Fertility preservation

Cancer treatments such as surgery, chemotherapy and radiation therapy can impact on a person’s ability to have children in the future.

It is important that you are given information and access to fertility preservation services. 

Your child's risk of late effects depends on the type of cancer and the treatment given. It is important to discuss the risk of infertility and fertility preservation options the medical team before commencing treatment. Options are limited for children diagnosed with cancer before puberty. 

Children who understand fertility should be involved in the discussion about how cancer treatment may affect their fertility. The health care team can help you with this. 

Children cannot give full legal consent because of their age. But a child who can understand must generally agree before a procedure. This is called assent. Parents also must give consent before the procedure.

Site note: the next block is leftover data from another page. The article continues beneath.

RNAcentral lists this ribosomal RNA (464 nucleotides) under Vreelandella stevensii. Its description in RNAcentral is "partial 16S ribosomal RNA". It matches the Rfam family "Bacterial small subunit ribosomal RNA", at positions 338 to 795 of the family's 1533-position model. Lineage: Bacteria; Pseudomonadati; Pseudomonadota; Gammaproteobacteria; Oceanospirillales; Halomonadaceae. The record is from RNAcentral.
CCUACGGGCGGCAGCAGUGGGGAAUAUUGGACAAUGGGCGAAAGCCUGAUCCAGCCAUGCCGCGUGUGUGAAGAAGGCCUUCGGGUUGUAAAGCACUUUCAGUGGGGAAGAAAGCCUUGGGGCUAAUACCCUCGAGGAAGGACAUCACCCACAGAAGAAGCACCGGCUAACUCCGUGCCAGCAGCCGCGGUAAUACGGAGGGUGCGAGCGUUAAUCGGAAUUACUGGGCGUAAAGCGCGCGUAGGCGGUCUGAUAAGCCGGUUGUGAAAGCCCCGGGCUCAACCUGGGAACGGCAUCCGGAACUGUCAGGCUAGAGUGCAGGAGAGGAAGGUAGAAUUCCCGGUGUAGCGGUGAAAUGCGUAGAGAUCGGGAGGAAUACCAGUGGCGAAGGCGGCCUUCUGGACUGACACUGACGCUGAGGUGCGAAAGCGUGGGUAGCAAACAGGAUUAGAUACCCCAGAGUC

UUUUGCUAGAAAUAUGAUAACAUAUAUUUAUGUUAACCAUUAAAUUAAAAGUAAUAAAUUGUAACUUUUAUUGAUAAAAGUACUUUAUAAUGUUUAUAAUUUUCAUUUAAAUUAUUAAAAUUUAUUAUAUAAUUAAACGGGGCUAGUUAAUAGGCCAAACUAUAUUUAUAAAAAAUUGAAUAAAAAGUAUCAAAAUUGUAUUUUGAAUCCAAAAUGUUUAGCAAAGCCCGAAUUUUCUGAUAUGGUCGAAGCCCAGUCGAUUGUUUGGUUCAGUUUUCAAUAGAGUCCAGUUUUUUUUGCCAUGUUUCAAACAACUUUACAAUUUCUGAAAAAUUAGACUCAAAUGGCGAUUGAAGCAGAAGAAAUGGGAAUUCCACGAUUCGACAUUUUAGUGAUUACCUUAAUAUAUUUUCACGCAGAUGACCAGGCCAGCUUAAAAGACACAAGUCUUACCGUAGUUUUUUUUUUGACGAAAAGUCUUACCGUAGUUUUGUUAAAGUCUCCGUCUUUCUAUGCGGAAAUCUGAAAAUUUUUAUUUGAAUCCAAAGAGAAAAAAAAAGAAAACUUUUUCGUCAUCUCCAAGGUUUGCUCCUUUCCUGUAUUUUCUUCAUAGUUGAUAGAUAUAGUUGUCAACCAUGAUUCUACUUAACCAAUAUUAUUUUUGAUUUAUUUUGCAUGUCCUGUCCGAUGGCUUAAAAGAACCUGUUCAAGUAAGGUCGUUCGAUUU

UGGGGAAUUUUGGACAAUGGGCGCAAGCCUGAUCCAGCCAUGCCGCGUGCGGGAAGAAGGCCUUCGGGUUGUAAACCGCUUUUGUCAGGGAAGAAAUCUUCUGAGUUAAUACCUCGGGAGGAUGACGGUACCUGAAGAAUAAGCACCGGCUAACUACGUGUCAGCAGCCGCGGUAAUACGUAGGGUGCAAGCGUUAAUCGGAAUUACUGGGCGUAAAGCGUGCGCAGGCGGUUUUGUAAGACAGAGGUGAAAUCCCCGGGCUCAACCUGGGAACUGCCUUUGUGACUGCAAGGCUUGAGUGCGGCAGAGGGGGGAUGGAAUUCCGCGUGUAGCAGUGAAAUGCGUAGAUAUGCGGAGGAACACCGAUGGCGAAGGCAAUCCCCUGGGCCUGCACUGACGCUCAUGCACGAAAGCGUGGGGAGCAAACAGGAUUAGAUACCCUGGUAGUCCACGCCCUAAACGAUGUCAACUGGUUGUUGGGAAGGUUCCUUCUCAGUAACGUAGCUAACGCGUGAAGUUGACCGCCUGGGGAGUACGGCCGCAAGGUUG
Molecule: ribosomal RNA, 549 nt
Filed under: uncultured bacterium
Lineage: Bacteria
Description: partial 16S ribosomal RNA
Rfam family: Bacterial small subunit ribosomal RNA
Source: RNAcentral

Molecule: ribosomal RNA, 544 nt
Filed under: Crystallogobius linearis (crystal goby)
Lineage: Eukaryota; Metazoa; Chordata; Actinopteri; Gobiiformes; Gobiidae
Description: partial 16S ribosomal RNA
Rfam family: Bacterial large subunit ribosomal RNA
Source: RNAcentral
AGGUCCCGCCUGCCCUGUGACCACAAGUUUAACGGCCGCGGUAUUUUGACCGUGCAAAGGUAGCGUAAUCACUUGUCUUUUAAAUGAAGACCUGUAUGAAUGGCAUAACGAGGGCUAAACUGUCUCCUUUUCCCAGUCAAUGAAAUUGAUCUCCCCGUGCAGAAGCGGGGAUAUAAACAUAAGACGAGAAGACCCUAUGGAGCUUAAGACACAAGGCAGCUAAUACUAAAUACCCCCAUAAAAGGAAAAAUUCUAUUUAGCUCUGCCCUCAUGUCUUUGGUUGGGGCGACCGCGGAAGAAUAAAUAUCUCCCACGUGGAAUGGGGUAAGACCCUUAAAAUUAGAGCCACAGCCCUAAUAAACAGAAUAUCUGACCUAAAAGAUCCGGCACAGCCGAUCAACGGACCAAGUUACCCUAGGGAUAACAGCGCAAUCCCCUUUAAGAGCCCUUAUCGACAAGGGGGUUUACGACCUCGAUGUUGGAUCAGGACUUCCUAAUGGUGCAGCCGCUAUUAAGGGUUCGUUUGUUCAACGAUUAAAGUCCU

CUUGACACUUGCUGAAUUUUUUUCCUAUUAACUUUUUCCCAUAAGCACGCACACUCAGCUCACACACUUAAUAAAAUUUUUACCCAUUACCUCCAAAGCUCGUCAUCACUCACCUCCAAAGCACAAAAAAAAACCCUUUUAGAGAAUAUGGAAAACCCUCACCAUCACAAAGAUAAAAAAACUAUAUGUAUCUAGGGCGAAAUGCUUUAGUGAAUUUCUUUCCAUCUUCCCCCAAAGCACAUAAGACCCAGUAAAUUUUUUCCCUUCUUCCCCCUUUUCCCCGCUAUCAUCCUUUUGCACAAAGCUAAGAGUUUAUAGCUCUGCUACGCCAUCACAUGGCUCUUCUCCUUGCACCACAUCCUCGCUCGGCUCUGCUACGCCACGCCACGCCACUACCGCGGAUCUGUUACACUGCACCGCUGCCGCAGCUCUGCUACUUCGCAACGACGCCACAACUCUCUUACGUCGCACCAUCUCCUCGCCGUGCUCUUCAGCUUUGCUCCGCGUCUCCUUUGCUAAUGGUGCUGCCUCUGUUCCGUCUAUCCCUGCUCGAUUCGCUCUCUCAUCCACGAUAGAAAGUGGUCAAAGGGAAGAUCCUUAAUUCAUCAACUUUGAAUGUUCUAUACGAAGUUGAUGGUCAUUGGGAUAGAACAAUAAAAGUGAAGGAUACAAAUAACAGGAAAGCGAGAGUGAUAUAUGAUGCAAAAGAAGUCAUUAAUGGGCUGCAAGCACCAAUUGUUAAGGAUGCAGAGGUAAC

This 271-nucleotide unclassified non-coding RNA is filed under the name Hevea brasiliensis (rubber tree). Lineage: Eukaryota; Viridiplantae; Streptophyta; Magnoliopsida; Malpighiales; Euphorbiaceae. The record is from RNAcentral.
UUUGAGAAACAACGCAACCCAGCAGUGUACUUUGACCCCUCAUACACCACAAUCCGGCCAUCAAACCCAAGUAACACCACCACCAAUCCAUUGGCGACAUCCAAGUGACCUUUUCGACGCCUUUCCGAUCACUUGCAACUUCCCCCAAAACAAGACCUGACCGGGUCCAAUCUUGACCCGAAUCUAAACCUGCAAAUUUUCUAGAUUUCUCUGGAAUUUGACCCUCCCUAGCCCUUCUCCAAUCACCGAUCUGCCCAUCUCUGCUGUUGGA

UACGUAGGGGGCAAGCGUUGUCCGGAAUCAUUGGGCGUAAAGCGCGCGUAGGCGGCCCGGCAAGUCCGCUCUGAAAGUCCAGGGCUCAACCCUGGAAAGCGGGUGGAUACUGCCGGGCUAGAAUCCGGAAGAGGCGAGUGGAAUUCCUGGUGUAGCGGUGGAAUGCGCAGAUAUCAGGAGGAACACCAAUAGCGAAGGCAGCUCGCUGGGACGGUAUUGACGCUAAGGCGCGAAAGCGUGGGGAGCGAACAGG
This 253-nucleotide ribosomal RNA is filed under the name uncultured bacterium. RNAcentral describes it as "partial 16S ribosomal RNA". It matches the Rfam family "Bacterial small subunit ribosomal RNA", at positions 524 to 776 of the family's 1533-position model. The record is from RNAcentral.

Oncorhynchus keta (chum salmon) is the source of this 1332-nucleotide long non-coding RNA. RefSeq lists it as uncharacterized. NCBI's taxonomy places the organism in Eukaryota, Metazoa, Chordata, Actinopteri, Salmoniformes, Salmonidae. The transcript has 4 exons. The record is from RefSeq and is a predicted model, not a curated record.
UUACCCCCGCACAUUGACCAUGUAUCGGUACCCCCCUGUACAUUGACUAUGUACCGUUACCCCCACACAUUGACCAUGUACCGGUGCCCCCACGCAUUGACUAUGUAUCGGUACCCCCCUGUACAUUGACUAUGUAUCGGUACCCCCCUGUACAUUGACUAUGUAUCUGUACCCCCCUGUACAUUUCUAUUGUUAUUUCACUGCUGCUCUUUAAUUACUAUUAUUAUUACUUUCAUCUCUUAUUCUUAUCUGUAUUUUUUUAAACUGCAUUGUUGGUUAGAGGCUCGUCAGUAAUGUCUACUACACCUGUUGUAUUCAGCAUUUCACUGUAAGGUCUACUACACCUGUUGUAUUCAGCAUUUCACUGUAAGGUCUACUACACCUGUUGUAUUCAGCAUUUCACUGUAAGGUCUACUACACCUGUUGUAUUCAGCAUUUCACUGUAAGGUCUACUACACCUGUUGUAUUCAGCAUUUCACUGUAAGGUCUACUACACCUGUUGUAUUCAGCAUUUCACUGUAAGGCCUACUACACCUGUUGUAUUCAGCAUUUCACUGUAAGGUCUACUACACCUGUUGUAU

Chemotherapy

Alkylating agents affect fertility more commonly than other types of chemotherapy. 
 
Other drugs may cause short-term effects on a girl's menstrual cycle. 

In general, high doses of alkylating agents will cause permanent damage. But doctors typically use the lowest possible doses for children.  

Radiation therapy 

Radiation therapy can damage the ovaries or testes. The risk is greatest when the radiation is focused in the pelvis, abdomen or spine. 
 
Girls 

Radiation therapy may damage eggs and affect hormone production. This is called ovarian insufficiency. Girls who have not yet begun menstruation may have delayed puberty.

Boys

Radiation therapy may damage sperm and affect their hormone production. 
 
Children who have radiation therapy to the brain may also have fertility side effects. In these cases, treatment damages the brain’s communication with the reproductive organs. If reproductive organs are not damaged, hormone treatment helps fix this problem. 

Surgery

Sometimes cancer is found in a child's reproductive organs. In these cases, the doctor might suggest surgery to remove part or all of these organs. These surgeries may affect fertility. 

Last updated Wednesday 26th June 2024